Well, not secrets, but things I wish I had done like this right from the start. But I learned how to do it and it has made the life of a doll seamstress a bit easier. That’s why I decided to share these little tricks. I am sure there are different ways to do this, but this is how it works best for me.
I am going to show you an easy way to 1. ruffle a skirt, 2. set a zipper and .. 3. set sleeves.
Sounds boring, but I have seen a lot of very complicated, fiddly ways to do this, so this might help some of you after all.
I highly recommend getting three things for this: nylon coil zippers, a lighter and some transparent sewing thread for basting. This will require some hand sewing as well as a sewing machine (basic presser foot).
I use to buy close end zippers-lots in just white or mixed colors in lengths between 14-16 cm (something around 6- 7 inches). The length works best for MSD sized dresses. You can get them on ebay in all sizes and colors. Same for transparent sewing thread. I couldn’t do without. It’s great for basting. It doesn’t split, so there’s no danger of sewing into the thread. You can easily pull it out again and re-use it, It makes sewing in that scale just so much more accurate than just using pins.
Let’s get started.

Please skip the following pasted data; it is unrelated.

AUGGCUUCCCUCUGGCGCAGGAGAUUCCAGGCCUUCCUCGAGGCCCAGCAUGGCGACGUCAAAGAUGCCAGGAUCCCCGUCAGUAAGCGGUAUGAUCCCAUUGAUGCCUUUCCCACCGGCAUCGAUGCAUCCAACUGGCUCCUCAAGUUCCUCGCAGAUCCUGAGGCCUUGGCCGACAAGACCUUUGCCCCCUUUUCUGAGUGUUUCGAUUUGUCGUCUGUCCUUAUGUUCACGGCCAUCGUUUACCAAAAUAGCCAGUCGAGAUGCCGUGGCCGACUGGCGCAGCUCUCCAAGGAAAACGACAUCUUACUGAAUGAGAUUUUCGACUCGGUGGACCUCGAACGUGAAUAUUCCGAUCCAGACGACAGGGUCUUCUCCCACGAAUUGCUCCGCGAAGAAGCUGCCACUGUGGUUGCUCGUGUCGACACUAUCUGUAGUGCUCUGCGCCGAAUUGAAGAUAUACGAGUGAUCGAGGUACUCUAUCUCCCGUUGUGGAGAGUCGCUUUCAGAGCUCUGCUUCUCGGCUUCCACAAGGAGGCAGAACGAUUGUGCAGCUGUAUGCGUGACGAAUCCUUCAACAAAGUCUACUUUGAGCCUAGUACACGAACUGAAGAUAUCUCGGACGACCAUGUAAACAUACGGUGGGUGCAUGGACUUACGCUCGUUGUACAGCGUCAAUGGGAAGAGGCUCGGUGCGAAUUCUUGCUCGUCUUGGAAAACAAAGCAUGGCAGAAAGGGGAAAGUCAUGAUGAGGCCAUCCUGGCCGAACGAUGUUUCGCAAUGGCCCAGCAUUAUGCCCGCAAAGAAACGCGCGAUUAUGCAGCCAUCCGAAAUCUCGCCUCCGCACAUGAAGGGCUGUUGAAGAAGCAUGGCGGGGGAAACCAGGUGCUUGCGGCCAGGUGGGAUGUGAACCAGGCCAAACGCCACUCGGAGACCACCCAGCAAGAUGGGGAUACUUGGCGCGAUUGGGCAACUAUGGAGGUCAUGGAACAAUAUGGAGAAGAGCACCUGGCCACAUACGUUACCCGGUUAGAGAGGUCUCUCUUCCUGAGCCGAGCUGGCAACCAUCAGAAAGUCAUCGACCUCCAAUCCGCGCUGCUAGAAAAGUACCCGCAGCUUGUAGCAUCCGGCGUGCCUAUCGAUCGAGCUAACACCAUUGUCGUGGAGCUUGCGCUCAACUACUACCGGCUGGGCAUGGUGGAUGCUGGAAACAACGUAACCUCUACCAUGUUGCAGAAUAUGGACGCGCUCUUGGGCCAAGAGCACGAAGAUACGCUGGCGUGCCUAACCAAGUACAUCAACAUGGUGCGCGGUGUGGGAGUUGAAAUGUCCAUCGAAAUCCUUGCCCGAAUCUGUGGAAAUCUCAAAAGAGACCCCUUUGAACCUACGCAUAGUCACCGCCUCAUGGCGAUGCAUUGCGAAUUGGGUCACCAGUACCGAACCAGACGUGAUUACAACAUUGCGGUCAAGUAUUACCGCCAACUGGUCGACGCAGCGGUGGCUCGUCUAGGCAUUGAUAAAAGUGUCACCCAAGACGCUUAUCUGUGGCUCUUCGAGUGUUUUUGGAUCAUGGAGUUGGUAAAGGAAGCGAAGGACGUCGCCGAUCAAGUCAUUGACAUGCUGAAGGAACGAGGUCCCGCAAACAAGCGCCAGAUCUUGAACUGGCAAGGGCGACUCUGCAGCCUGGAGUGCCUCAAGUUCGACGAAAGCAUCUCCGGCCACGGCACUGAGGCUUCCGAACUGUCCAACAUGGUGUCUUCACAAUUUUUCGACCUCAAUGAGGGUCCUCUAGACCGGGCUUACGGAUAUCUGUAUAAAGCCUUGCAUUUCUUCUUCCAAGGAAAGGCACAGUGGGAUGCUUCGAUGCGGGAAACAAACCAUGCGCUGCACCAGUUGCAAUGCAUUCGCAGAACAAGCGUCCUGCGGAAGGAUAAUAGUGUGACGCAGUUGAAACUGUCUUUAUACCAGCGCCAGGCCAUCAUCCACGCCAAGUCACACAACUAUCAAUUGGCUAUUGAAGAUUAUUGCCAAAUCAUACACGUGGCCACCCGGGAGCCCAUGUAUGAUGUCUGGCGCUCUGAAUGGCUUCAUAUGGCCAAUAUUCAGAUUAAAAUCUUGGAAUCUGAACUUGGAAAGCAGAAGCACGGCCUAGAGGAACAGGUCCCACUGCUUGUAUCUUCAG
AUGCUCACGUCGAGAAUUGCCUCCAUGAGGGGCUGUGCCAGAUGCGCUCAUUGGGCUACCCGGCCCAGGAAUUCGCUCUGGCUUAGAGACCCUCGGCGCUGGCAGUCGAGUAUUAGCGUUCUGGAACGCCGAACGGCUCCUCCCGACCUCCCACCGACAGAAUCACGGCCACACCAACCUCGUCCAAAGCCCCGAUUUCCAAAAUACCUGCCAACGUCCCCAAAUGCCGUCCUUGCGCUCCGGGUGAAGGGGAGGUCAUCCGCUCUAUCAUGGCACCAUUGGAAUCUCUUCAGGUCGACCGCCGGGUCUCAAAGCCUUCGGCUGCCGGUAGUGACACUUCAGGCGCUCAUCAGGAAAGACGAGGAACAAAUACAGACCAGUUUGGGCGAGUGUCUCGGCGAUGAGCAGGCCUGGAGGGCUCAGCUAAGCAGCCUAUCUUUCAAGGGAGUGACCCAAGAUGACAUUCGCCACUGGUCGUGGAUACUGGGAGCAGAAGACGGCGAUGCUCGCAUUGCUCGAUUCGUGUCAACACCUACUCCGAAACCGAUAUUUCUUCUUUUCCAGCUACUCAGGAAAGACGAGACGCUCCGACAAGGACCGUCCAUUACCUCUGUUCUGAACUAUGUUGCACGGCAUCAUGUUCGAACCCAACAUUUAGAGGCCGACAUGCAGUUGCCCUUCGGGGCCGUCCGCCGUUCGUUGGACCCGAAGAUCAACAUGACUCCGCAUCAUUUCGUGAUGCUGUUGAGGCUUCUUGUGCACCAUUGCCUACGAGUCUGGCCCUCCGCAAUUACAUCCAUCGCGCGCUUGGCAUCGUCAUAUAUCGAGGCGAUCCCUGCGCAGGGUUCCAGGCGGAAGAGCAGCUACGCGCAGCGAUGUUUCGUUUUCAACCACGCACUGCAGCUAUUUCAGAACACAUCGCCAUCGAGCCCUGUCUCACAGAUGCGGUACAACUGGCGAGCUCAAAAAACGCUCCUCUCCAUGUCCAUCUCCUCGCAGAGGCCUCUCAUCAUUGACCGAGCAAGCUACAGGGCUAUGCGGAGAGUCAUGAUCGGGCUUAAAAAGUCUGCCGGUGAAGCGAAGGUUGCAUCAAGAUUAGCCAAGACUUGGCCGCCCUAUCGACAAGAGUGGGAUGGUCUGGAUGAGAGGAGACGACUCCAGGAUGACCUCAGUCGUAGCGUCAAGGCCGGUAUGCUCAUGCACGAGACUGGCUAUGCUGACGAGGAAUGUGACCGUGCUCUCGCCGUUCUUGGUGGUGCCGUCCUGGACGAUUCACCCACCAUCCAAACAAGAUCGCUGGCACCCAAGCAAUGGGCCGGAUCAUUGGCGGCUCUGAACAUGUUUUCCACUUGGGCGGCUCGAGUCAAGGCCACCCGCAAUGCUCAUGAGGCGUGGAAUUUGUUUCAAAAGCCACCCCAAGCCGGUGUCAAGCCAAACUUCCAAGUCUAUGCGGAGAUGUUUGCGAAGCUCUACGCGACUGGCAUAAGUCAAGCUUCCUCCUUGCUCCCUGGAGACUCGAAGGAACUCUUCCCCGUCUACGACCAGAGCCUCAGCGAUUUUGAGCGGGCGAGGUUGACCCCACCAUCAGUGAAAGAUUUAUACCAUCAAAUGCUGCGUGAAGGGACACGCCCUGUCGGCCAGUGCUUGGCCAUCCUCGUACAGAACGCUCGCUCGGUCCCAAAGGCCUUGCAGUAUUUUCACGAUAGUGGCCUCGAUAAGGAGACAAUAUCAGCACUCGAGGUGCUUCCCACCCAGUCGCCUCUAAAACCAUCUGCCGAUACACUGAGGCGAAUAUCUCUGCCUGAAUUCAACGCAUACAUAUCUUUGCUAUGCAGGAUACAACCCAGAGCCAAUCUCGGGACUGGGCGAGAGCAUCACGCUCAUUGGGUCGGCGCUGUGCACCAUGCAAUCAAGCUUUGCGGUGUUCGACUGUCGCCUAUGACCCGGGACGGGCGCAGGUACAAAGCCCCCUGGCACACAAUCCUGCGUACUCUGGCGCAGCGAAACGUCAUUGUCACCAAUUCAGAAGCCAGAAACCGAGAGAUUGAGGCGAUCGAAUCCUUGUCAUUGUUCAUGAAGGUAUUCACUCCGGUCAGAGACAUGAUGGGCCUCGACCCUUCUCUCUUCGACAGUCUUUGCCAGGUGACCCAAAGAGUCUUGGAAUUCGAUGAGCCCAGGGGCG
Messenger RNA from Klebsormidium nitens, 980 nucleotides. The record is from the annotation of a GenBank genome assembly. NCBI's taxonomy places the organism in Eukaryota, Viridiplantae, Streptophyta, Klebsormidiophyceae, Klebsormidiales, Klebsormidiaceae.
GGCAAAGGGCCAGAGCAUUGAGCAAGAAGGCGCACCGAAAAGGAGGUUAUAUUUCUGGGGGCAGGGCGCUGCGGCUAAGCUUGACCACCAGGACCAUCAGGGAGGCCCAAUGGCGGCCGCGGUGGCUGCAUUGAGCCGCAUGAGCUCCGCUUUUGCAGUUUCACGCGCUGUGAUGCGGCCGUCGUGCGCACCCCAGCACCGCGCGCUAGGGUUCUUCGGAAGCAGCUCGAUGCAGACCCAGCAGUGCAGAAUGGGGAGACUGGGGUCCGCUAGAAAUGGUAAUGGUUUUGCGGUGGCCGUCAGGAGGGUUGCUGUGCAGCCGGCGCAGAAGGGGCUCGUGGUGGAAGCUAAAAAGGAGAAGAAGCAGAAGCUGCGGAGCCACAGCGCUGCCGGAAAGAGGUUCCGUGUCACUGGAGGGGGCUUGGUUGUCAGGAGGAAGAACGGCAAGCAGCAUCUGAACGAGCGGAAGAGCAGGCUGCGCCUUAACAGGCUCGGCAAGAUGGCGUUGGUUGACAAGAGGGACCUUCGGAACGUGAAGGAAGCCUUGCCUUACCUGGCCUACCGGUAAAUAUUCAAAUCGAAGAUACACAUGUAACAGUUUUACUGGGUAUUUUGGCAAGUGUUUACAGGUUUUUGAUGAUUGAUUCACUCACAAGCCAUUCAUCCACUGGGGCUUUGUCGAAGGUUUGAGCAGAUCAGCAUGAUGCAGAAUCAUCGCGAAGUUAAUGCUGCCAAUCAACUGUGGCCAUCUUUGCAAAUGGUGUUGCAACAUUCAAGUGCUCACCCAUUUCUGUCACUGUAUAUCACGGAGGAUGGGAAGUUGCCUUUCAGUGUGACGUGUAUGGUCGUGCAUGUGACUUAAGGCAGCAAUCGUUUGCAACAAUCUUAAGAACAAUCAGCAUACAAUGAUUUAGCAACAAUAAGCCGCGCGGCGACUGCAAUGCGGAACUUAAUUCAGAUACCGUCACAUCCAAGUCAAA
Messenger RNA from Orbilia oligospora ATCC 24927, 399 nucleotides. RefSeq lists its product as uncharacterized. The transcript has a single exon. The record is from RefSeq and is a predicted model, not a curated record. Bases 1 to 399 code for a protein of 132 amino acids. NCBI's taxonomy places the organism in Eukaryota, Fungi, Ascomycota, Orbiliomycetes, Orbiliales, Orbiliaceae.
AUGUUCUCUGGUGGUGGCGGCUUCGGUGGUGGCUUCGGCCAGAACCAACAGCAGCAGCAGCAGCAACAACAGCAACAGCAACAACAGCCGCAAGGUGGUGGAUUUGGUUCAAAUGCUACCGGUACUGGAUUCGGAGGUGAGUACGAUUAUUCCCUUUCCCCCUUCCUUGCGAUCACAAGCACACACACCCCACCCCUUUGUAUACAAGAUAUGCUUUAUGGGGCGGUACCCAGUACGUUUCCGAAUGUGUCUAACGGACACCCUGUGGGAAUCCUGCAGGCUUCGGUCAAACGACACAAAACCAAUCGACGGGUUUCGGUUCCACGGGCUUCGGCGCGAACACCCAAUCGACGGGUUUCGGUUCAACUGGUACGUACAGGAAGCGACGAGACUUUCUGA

Ruffling or gathering a skirt
Setting the zipper
Once the left side is attached, I close the zipper and pin the waist at the same position (5). That’s the part where the leftover long thread comes in handy, I usually sew just the waist seam to the zipper with a few stitches to get them positioned exactly even (6).
Now I pin and baste the right dress part, sew it to the zipper and turn the insides out. (7).
I close the gap by hand and sew about an inch down to continue with the sewing machine without getting the zipper ends in the way. That way the zipper end coil is hidden (8).
Guessing from the questions I’ve been asked I figured I needed to rephrase this part, so this is the second attempt to explain it since I published the post. I also added a new picture.
Working in this scale is different from human clothes, so the method of sewing the armhole first on the flattened garment and finishing the sides after is sometimes quite fiddly.
Doing it by hand and using this method might be an easier way to go about it, especially if you use stretchy fabric that doesn’t need a hem.
It’s just a very simple method for inset sleeves, and for doll clothes I don’t mind the hand sewing or adding a hem by hand. Sleeve and bodice are sewn separately first and the sleeve is attached to the armhole after.